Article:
He was born, Sarajevo, on 3rd February 1920 where he was educated to Matriculation standard and later attended the University of Zagreb, the capita] of Croatia. He studied Electronic Engineering. However, he left University in 1943, having been called up to serve in the Second Bojna Ustaske Vojnice (i.e. Second Battalion, Ustashi Armed Forces). He joined as a Private and in June 1944 was promoted to commission rank of Lieutenant. He served in Armoured Units in Sarajevo in the First Ustaski Zdrug (i.e. Brigade), ready to repel any Allied landing that might take place on the Adriatic Coast by the Western Allies. In 1945, on the downfall of the Axis powers, Rover went to refugee camps in Italy and Austria and in the next few years was involved in several guerrilla terrorist raids into Yugoslavia. In 1950 he migrated to Australia and has ceaselessly pursued the aims of organising the overthrow by force and violence the State of Yugoslavia.
We do not recognise any Yugoslavia, Monarchist or Communist, and we will fight against her by the use of all means of total destruction. . . . ‘
Article 3 states:
We remain loyal to the ideas and principles underlying the Croatian Right of State Party . . as well as to the principles of the Croatian Ustashi Movement of Dr Ante Pavelic, the Poglavnik.’.
World League of Croatian Youth (S.H.U.M.S.)
Croatian Illegal Revolutionary Organisation (H.I.R.O.) and Croatian Revolutionary Army (H.R.V.)
A militia is to be formed in any case; they are to be given military training and preparations for their arming are to be made:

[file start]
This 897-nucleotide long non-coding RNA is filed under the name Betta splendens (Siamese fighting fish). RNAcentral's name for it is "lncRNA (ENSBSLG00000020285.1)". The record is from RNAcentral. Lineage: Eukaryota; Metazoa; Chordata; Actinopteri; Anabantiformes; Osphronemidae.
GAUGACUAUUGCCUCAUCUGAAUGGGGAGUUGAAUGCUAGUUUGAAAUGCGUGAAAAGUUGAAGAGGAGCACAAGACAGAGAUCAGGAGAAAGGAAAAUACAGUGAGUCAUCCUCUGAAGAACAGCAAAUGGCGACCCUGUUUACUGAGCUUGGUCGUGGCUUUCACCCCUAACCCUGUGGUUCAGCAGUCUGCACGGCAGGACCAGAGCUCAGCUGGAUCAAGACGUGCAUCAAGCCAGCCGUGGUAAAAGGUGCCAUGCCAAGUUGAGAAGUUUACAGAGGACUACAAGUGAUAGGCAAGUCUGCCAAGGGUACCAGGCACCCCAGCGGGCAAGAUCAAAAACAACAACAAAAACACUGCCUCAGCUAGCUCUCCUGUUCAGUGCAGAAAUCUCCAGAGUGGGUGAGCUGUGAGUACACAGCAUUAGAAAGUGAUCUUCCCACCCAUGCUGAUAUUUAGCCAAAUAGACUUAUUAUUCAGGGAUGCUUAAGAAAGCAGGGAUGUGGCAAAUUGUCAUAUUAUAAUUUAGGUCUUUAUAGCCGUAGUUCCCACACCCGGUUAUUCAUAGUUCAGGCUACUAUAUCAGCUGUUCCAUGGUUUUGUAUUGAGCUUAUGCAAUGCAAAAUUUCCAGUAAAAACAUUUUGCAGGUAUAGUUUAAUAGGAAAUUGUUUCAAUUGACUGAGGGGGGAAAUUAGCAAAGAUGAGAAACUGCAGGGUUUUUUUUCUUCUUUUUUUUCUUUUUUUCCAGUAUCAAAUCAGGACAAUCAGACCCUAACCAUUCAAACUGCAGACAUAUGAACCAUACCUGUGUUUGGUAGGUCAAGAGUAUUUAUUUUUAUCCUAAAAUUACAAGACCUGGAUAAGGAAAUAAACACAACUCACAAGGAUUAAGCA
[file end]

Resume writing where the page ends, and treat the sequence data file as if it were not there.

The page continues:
The Supreme Stozer will open special training schools for terrorism and for all ‘activist’ activities on - assassinations, raids, sabotage, arson, etc.’
Joint Committee of Croatian Organisation in New South Wales
Document B15 is a copy of a letter by the Joint Committee of Croatian Organisations in New South Wales to Prime Minister McMahon dated 31st August 1972, complaining about searches made on the premises of certain Croatians. The letter contained a printed sidenote with the names of the following organisations:
The document is clear evidence of the unification which had been achieved in 1972 of all the militant and extremist Croatian organisations. The United Croats (UHNJ) has its associations overseas, as. with HOP and HNO, and is a terrorist organisation. The United Croats is an organisation based directly on Ustashi principles and methods of operation. This is shown in document B2. Press reports of State Police proceedings in New South Wales and Commonwealth Police reports on this terrorist organisation are contained in document B15A. That document contains the criminal record of the Australian leader of the United Croats of West Germany as well as a full statement of the structure of this terrorist organisation.
Croatian Revolutionary Brotherhood (HRB)
I swear by Almighty God and things that are most sacred to me (or ‘by all the Saints’) to fight, until the end of my life, for the liberty and sovereignty of the Croatian People. By voluntarily joining the ranks of the Croatian Revolutionary Brotherhood, I pledge myself to obey and carry out without demur any orders and instructions, given me and to serve loyally the Brotherhood’s Revolutionary Principles.
I pledge myself to keep any secrets entrusted to me and not to disclose anything that might damage the interest of the Brotherhood and of the Croatian People.
If I offend against this Oath and the Brotherhood’s Revolutionary Principles, my penalty under the organisation’s laws, shall be death.
So help me God.’
Croatian National Resistance ‘SUD’ Armed Forces Headquarters 25 th March 1964
Top Secret Operation area 8
To gentlemen Croatian Officers, NCOs and Soldiers.